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Canine Evolution, How It Effects Your Dogs Behavior – Part 2

I feel many times we take for granted that our 4 legged friends are animals that have been domesticated and integrated into our lives over the past 130,000 years.  (Evolution of the Dog, 2001)  We take for granted that these once wild animals are now cuddling in our laps or assisting us in our daily lives.  We at times, get upset when our cuddly friend exhibits behaviors such as nipping or barking even though that is what they are hardwired to do, it’s instinct. When taking a look at the evolution of dogs Darwin speculated that the reason we have such diversity among dogs was due to breeding amongst a variety of wild dogs.  Through DNA testing it was found that Darwinwas wrong.  Dogs, are direct descendants of the gray wolf.   The reason we have such a diverse population of dogs, is due to intense and purposeful interbreeding. The key

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Canine Evolution, Recommended Reading

Dogs A New Understanding Of Canine Origin, Behavior, and Evolution By Raymond and Lorna Coppinger Domestic Dog, It’s Evolution, Behavior,  and Interactions With People by James Serpell Evolution of Canine Social Behavior, 2nd Edition by Roger Abrantes Dog Behavior, Evolution and Cognition by Adam Miklosi Wolves- Behavior, Ecology, and Conservation by L. David Mech & Luigi Boitani, Editors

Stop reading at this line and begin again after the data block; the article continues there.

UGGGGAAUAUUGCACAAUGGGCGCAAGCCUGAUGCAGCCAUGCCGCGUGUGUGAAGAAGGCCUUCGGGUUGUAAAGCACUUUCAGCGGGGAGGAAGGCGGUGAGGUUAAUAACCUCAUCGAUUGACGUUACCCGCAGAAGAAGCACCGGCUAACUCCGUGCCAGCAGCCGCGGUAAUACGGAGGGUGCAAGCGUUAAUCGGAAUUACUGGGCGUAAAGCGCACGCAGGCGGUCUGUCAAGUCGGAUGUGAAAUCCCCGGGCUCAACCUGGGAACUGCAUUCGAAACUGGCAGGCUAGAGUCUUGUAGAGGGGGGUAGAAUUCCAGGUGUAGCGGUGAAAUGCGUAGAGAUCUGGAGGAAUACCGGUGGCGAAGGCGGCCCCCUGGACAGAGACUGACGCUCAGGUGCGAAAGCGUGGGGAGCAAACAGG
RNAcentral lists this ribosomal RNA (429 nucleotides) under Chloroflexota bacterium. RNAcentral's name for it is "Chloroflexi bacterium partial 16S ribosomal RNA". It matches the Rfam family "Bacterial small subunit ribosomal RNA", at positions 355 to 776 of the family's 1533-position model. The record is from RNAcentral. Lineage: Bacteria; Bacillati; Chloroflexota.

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Put Your Toys Away

Put Your Toys Away Criteria– Your dog fetches their toys and puts them away. Verbal Que- ‘Put your toys away’ Visual Que- Point to their toy Steps  Teach your dog to fetch Stand behind their toy box or the desired object you want them to learn to put their toys in. Toss the toy for your dog, as they are coming back with their toy say ‘put your toy away’. When your dog comes to you trade them a treat for dropping the toy in the toy box Repeat above steps 10 times.  When your dog succeeds with the above steps 10 times in a row move to step 6. Place a toy 2 feet away from the toy box.  Stand behind the toy box. Point to the toy and say ‘put your toy away’.  Reward your dog for putting the toy in the toy box. Repeat step 7, slowly

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Going Leash Crazy

Going Leash Crazy Have you ever wondered why your friendly playful pooch off leash turns into a monster on leash, or in your home or yard?  Why is it that your dog loves to play with others and gets along with everyone when they are off leash but the moment you attach the leash they turn into a beast? If your dog is not aggressive with other dogs when they are off leash but show aggressive behaviors towards other dogs on leash or behind a barrier, your dog maybe exhibiting leash or barrier frustration.   Your dog is frustrated that they cannot get to the other dog to say hello and do their normal doggie greetings such as smell butts, ears, and mouths.  How they express this frustration to the owner is by vigorously barking and lunging on their leash or through a fence or window. I often use the following